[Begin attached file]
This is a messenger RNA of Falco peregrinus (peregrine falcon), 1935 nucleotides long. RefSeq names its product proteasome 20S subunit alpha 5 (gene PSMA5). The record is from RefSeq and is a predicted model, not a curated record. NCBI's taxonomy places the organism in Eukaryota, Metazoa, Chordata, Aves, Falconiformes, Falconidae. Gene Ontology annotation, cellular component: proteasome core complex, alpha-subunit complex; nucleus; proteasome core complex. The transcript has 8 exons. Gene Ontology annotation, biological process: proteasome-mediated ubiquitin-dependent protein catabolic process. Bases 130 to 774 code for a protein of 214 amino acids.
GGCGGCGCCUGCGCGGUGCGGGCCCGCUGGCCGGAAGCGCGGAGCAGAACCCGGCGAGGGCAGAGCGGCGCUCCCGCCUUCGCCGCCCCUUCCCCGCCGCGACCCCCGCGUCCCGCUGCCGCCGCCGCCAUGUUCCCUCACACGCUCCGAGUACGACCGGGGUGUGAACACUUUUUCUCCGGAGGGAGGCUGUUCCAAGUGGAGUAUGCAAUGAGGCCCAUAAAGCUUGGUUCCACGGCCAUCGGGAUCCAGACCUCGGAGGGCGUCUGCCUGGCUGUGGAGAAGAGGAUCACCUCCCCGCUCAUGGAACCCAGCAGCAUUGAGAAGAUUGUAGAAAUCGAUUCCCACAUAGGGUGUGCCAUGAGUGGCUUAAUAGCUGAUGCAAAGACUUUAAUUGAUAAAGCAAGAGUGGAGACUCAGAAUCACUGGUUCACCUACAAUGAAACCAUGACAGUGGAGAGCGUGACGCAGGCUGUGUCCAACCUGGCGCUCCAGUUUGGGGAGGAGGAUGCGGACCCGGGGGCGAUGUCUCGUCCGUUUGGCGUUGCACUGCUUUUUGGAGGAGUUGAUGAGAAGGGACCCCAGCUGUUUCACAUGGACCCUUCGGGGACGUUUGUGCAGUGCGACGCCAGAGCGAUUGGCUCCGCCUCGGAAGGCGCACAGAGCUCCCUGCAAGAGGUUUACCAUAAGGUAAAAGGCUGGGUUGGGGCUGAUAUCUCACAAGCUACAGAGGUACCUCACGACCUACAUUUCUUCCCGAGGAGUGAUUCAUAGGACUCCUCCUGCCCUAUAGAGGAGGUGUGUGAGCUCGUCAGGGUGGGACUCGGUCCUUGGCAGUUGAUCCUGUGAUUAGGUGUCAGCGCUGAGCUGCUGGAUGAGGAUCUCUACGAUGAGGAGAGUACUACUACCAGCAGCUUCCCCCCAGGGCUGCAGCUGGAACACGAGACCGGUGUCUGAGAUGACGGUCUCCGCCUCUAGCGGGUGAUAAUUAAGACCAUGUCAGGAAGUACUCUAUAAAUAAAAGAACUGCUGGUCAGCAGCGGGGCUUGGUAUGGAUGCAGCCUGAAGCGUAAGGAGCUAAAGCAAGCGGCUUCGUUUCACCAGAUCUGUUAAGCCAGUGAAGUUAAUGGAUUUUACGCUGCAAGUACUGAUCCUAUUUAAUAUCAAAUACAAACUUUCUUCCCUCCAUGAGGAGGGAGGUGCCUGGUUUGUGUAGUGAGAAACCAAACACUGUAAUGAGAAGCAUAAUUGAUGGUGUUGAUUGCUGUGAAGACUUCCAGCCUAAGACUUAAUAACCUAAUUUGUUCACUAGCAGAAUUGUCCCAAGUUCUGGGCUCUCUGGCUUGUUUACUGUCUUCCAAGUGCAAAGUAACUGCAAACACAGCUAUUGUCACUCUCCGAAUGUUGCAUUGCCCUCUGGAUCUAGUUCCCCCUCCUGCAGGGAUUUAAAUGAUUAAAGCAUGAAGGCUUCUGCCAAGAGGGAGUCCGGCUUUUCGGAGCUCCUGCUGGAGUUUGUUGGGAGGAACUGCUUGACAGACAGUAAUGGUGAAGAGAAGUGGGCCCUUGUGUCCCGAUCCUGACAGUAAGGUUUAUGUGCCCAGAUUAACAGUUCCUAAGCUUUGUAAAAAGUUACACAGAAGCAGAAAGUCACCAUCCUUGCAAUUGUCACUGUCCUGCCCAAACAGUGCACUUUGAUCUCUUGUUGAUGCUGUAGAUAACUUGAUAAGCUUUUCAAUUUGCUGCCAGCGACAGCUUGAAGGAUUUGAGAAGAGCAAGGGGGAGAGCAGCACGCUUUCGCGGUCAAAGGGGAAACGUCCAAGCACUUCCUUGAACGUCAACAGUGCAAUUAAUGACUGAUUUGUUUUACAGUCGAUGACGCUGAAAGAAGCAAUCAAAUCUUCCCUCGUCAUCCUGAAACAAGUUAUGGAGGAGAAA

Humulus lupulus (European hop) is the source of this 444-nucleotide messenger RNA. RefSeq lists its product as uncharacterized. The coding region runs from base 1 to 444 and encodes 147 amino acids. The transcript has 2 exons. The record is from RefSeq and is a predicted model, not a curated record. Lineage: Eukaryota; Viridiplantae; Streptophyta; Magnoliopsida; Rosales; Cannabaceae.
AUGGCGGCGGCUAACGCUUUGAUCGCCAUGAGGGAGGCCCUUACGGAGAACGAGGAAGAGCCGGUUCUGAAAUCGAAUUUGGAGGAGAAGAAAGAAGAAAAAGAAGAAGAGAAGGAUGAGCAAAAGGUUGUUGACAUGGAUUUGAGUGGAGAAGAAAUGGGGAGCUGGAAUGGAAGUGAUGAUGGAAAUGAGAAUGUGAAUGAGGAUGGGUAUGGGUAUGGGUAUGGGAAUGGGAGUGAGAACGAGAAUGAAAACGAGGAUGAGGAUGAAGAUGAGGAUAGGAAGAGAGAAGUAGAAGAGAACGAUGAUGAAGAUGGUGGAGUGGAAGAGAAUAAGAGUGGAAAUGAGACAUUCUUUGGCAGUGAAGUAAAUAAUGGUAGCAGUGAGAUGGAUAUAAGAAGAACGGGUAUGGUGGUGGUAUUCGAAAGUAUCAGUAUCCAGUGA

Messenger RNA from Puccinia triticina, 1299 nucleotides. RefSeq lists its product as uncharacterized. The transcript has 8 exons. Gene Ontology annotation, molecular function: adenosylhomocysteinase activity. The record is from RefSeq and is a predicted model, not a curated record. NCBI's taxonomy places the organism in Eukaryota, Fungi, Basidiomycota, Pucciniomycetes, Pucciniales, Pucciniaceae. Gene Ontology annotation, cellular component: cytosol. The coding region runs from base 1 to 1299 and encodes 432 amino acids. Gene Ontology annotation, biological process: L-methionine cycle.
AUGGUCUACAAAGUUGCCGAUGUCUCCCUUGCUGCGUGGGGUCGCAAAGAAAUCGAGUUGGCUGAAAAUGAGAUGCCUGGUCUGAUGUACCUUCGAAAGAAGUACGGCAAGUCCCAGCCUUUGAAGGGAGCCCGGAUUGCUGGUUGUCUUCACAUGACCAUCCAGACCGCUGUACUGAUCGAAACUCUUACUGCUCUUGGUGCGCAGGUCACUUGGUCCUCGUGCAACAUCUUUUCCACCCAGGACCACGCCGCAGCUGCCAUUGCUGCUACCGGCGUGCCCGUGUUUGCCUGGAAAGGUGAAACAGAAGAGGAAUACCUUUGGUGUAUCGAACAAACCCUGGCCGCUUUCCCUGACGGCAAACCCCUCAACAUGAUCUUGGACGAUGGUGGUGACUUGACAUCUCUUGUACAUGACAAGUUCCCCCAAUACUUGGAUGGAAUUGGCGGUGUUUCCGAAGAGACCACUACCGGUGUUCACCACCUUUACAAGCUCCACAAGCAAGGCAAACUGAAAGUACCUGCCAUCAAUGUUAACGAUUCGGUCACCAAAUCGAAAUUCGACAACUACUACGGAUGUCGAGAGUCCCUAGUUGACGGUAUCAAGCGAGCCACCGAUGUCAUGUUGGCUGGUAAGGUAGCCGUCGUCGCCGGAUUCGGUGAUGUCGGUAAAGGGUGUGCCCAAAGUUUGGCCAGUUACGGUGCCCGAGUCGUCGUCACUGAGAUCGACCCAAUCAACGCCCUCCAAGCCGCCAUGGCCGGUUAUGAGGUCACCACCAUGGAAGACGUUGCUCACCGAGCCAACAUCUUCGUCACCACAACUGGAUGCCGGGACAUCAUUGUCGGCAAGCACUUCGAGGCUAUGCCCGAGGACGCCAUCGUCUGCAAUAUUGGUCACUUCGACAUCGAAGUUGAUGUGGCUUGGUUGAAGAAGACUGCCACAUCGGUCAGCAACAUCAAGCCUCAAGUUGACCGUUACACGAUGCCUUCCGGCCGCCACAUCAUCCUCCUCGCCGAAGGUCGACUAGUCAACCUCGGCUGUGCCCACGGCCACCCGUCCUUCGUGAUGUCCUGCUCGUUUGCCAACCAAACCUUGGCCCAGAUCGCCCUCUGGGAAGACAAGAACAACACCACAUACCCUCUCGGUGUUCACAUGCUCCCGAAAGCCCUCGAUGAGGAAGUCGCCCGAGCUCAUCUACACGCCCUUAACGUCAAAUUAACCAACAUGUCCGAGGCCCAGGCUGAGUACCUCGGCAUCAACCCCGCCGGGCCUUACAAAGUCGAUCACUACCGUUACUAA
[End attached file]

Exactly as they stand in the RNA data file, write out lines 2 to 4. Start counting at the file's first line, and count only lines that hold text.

GGCGGCGCCUGCGCGGUGCGGGCCCGCUGGCCGGAAGCGCGGAGCAGAACCCGGCGAGGGCAGAGCGGCGCUCCCGCCUUCGCCGCCCCUUCCCCGCCGCGACCCCCGCGUCCCGCUGCCGCCGCCGCCAUGUUCCCUCACACGCUCCGAGUACGACCGGGGUGUGAACACUUUUUCUCCGGAGGGAGGCUGUUCCAAGUGGAGUAUGCAAUGAGGCCCAUAAAGCUUGGUUCCACGGCCAUCGGGAUCCAGACCUCGGAGGGCGUCUGCCUGGCUGUGGAGAAGAGGAUCACCUCCCCGCUCAUGGAACCCAGCAGCAUUGAGAAGAUUGUAGAAAUCGAUUCCCACAUAGGGUGUGCCAUGAGUGGCUUAAUAGCUGAUGCAAAGACUUUAAUUGAUAAAGCAAGAGUGGAGACUCAGAAUCACUGGUUCACCUACAAUGAAACCAUGACAGUGGAGAGCGUGACGCAGGCUGUGUCCAACCUGGCGCUCCAGUUUGGGGAGGAGGAUGCGGACCCGGGGGCGAUGUCUCGUCCGUUUGGCGUUGCACUGCUUUUUGGAGGAGUUGAUGAGAAGGGACCCCAGCUGUUUCACAUGGACCCUUCGGGGACGUUUGUGCAGUGCGACGCCAGAGCGAUUGGCUCCGCCUCGGAAGGCGCACAGAGCUCCCUGCAAGAGGUUUACCAUAAGGUAAAAGGCUGGGUUGGGGCUGAUAUCUCACAAGCUACAGAGGUACCUCACGACCUACAUUUCUUCCCGAGGAGUGAUUCAUAGGACUCCUCCUGCCCUAUAGAGGAGGUGUGUGAGCUCGUCAGGGUGGGACUCGGUCCUUGGCAGUUGAUCCUGUGAUUAGGUGUCAGCGCUGAGCUGCUGGAUGAGGAUCUCUACGAUGAGGAGAGUACUACUACCAGCAGCUUCCCCCCAGGGCUGCAGCUGGAACACGAGACCGGUGUCUGAGAUGACGGUCUCCGCCUCUAGCGGGUGAUAAUUAAGACCAUGUCAGGAAGUACUCUAUAAAUAAAAGAACUGCUGGUCAGCAGCGGGGCUUGGUAUGGAUGCAGCCUGAAGCGUAAGGAGCUAAAGCAAGCGGCUUCGUUUCACCAGAUCUGUUAAGCCAGUGAAGUUAAUGGAUUUUACGCUGCAAGUACUGAUCCUAUUUAAUAUCAAAUACAAACUUUCUUCCCUCCAUGAGGAGGGAGGUGCCUGGUUUGUGUAGUGAGAAACCAAACACUGUAAUGAGAAGCAUAAUUGAUGGUGUUGAUUGCUGUGAAGACUUCCAGCCUAAGACUUAAUAACCUAAUUUGUUCACUAGCAGAAUUGUCCCAAGUUCUGGGCUCUCUGGCUUGUUUACUGUCUUCCAAGUGCAAAGUAACUGCAAACACAGCUAUUGUCACUCUCCGAAUGUUGCAUUGCCCUCUGGAUCUAGUUCCCCCUCCUGCAGGGAUUUAAAUGAUUAAAGCAUGAAGGCUUCUGCCAAGAGGGAGUCCGGCUUUUCGGAGCUCCUGCUGGAGUUUGUUGGGAGGAACUGCUUGACAGACAGUAAUGGUGAAGAGAAGUGGGCCCUUGUGUCCCGAUCCUGACAGUAAGGUUUAUGUGCCCAGAUUAACAGUUCCUAAGCUUUGUAAAAAGUUACACAGAAGCAGAAAGUCACCAUCCUUGCAAUUGUCACUGUCCUGCCCAAACAGUGCACUUUGAUCUCUUGUUGAUGCUGUAGAUAACUUGAUAAGCUUUUCAAUUUGCUGCCAGCGACAGCUUGAAGGAUUUGAGAAGAGCAAGGGGGAGAGCAGCACGCUUUCGCGGUCAAAGGGGAAACGUCCAAGCACUUCCUUGAACGUCAACAGUGCAAUUAAUGACUGAUUUGUUUUACAGUCGAUGACGCUGAAAGAAGCAAUCAAAUCUUCCCUCGUCAUCCUGAAACAAGUUAUGGAGGAGAAA

Humulus lupulus (European hop) is the source of this 444-nucleotide messenger RNA. RefSeq lists its product as uncharacterized. The coding region runs from base 1 to 444 and encodes 147 amino acids. The transcript has 2 exons. The record is from RefSeq and is a predicted model, not a curated record. Lineage: Eukaryota; Viridiplantae; Streptophyta; Magnoliopsida; Rosales; Cannabaceae.
AUGGCGGCGGCUAACGCUUUGAUCGCCAUGAGGGAGGCCCUUACGGAGAACGAGGAAGAGCCGGUUCUGAAAUCGAAUUUGGAGGAGAAGAAAGAAGAAAAAGAAGAAGAGAAGGAUGAGCAAAAGGUUGUUGACAUGGAUUUGAGUGGAGAAGAAAUGGGGAGCUGGAAUGGAAGUGAUGAUGGAAAUGAGAAUGUGAAUGAGGAUGGGUAUGGGUAUGGGUAUGGGAAUGGGAGUGAGAACGAGAAUGAAAACGAGGAUGAGGAUGAAGAUGAGGAUAGGAAGAGAGAAGUAGAAGAGAACGAUGAUGAAGAUGGUGGAGUGGAAGAGAAUAAGAGUGGAAAUGAGACAUUCUUUGGCAGUGAAGUAAAUAAUGGUAGCAGUGAGAUGGAUAUAAGAAGAACGGGUAUGGUGGUGGUAUUCGAAAGUAUCAGUAUCCAGUGA